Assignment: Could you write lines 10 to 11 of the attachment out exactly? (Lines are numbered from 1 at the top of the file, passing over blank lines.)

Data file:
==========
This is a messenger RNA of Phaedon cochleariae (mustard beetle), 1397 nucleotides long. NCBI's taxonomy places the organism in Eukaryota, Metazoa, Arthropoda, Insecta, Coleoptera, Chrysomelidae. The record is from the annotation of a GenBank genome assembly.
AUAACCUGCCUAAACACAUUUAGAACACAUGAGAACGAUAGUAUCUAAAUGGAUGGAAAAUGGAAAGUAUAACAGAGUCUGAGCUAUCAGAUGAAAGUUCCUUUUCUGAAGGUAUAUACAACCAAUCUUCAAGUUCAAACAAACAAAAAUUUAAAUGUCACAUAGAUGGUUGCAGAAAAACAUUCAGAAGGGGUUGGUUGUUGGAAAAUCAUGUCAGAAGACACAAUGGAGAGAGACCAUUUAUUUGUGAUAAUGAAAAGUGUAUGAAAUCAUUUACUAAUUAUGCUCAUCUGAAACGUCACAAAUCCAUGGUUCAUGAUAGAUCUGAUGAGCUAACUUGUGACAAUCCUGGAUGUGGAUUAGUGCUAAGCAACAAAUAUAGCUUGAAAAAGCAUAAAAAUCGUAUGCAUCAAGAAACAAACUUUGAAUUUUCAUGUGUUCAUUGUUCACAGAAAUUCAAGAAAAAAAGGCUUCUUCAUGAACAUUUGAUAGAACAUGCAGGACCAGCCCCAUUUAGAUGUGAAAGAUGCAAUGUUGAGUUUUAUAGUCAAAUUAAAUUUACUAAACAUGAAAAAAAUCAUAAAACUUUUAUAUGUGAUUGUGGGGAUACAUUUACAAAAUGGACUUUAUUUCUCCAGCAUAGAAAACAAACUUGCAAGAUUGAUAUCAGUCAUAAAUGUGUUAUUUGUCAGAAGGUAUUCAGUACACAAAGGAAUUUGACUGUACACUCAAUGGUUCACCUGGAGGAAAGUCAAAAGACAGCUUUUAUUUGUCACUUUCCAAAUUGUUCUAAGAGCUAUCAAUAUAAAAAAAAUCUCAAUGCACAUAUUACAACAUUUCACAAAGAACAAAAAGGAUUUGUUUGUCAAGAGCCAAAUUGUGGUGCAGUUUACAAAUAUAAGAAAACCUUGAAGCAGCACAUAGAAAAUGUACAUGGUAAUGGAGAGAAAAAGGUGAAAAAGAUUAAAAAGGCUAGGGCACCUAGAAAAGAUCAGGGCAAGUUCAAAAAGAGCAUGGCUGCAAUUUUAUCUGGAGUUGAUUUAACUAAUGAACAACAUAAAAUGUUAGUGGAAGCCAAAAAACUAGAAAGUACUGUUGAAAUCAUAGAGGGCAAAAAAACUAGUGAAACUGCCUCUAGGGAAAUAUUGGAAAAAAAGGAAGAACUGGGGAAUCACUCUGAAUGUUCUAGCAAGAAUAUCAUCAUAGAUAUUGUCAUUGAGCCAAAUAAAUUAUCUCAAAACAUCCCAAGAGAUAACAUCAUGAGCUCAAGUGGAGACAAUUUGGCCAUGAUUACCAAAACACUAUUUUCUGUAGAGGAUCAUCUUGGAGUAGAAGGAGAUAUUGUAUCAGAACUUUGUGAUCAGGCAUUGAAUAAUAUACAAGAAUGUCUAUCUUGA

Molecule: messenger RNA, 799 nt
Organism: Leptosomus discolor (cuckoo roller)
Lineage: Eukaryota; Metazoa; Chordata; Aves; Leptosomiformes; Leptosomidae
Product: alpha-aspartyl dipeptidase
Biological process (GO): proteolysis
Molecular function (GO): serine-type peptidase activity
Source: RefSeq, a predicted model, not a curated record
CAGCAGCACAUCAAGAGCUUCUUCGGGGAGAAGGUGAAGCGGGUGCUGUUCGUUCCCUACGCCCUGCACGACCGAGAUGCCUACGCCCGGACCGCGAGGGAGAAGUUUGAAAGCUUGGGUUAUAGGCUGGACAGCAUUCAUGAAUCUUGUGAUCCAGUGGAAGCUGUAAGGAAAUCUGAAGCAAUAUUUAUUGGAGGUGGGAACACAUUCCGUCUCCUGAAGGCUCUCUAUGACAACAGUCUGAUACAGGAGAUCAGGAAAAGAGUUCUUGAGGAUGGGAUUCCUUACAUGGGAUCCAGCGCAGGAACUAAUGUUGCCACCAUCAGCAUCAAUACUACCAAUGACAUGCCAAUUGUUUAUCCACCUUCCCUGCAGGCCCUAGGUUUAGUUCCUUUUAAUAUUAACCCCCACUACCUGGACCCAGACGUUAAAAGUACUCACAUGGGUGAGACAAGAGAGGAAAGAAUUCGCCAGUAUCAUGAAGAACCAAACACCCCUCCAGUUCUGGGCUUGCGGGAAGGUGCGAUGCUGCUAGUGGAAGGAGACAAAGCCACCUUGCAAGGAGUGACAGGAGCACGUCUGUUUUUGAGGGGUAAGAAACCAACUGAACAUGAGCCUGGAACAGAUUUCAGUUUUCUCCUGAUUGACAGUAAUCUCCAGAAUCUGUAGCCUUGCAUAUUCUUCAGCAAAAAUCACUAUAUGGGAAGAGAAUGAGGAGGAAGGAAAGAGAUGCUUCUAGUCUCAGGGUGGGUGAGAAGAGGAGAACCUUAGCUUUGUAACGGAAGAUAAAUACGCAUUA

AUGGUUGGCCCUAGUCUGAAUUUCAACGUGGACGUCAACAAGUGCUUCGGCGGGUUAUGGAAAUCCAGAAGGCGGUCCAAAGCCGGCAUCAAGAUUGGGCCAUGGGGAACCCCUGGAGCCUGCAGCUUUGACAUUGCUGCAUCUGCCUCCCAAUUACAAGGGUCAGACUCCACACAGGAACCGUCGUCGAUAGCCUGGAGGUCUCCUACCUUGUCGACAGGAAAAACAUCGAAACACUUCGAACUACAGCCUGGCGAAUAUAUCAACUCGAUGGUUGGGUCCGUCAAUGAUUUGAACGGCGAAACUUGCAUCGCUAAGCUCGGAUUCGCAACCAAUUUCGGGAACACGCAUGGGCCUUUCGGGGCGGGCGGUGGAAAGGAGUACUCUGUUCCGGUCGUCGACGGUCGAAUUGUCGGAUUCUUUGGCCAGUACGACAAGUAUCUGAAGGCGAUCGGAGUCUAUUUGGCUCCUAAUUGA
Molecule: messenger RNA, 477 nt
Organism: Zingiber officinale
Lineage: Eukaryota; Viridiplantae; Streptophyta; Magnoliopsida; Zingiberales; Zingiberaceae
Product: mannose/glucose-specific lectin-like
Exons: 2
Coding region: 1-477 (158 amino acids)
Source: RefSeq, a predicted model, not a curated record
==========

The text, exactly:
CAGCAGCACAUCAAGAGCUUCUUCGGGGAGAAGGUGAAGCGGGUGCUGUUCGUUCCCUACGCCCUGCACGACCGAGAUGCCUACGCCCGGACCGCGAGGGAGAAGUUUGAAAGCUUGGGUUAUAGGCUGGACAGCAUUCAUGAAUCUUGUGAUCCAGUGGAAGCUGUAAGGAAAUCUGAAGCAAUAUUUAUUGGAGGUGGGAACACAUUCCGUCUCCUGAAGGCUCUCUAUGACAACAGUCUGAUACAGGAGAUCAGGAAAAGAGUUCUUGAGGAUGGGAUUCCUUACAUGGGAUCCAGCGCAGGAACUAAUGUUGCCACCAUCAGCAUCAAUACUACCAAUGACAUGCCAAUUGUUUAUCCACCUUCCCUGCAGGCCCUAGGUUUAGUUCCUUUUAAUAUUAACCCCCACUACCUGGACCCAGACGUUAAAAGUACUCACAUGGGUGAGACAAGAGAGGAAAGAAUUCGCCAGUAUCAUGAAGAACCAAACACCCCUCCAGUUCUGGGCUUGCGGGAAGGUGCGAUGCUGCUAGUGGAAGGAGACAAAGCCACCUUGCAAGGAGUGACAGGAGCACGUCUGUUUUUGAGGGGUAAGAAACCAACUGAACAUGAGCCUGGAACAGAUUUCAGUUUUCUCCUGAUUGACAGUAAUCUCCAGAAUCUGUAGCCUUGCAUAUUCUUCAGCAAAAAUCACUAUAUGGGAAGAGAAUGAGGAGGAAGGAAAGAGAUGCUUCUAGUCUCAGGGUGGGUGAGAAGAGGAGAACCUUAGCUUUGUAACGGAAGAUAAAUACGCAUUA

AUGGUUGGCCCUAGUCUGAAUUUCAACGUGGACGUCAACAAGUGCUUCGGCGGGUUAUGGAAAUCCAGAAGGCGGUCCAAAGCCGGCAUCAAGAUUGGGCCAUGGGGAACCCCUGGAGCCUGCAGCUUUGACAUUGCUGCAUCUGCCUCCCAAUUACAAGGGUCAGACUCCACACAGGAACCGUCGUCGAUAGCCUGGAGGUCUCCUACCUUGUCGACAGGAAAAACAUCGAAACACUUCGAACUACAGCCUGGCGAAUAUAUCAACUCGAUGGUUGGGUCCGUCAAUGAUUUGAACGGCGAAACUUGCAUCGCUAAGCUCGGAUUCGCAACCAAUUUCGGGAACACGCAUGGGCCUUUCGGGGCGGGCGGUGGAAAGGAGUACUCUGUUCCGGUCGUCGACGGUCGAAUUGUCGGAUUCUUUGGCCAGUACGACAAGUAUCUGAAGGCGAUCGGAGUCUAUUUGGCUCCUAAUUGA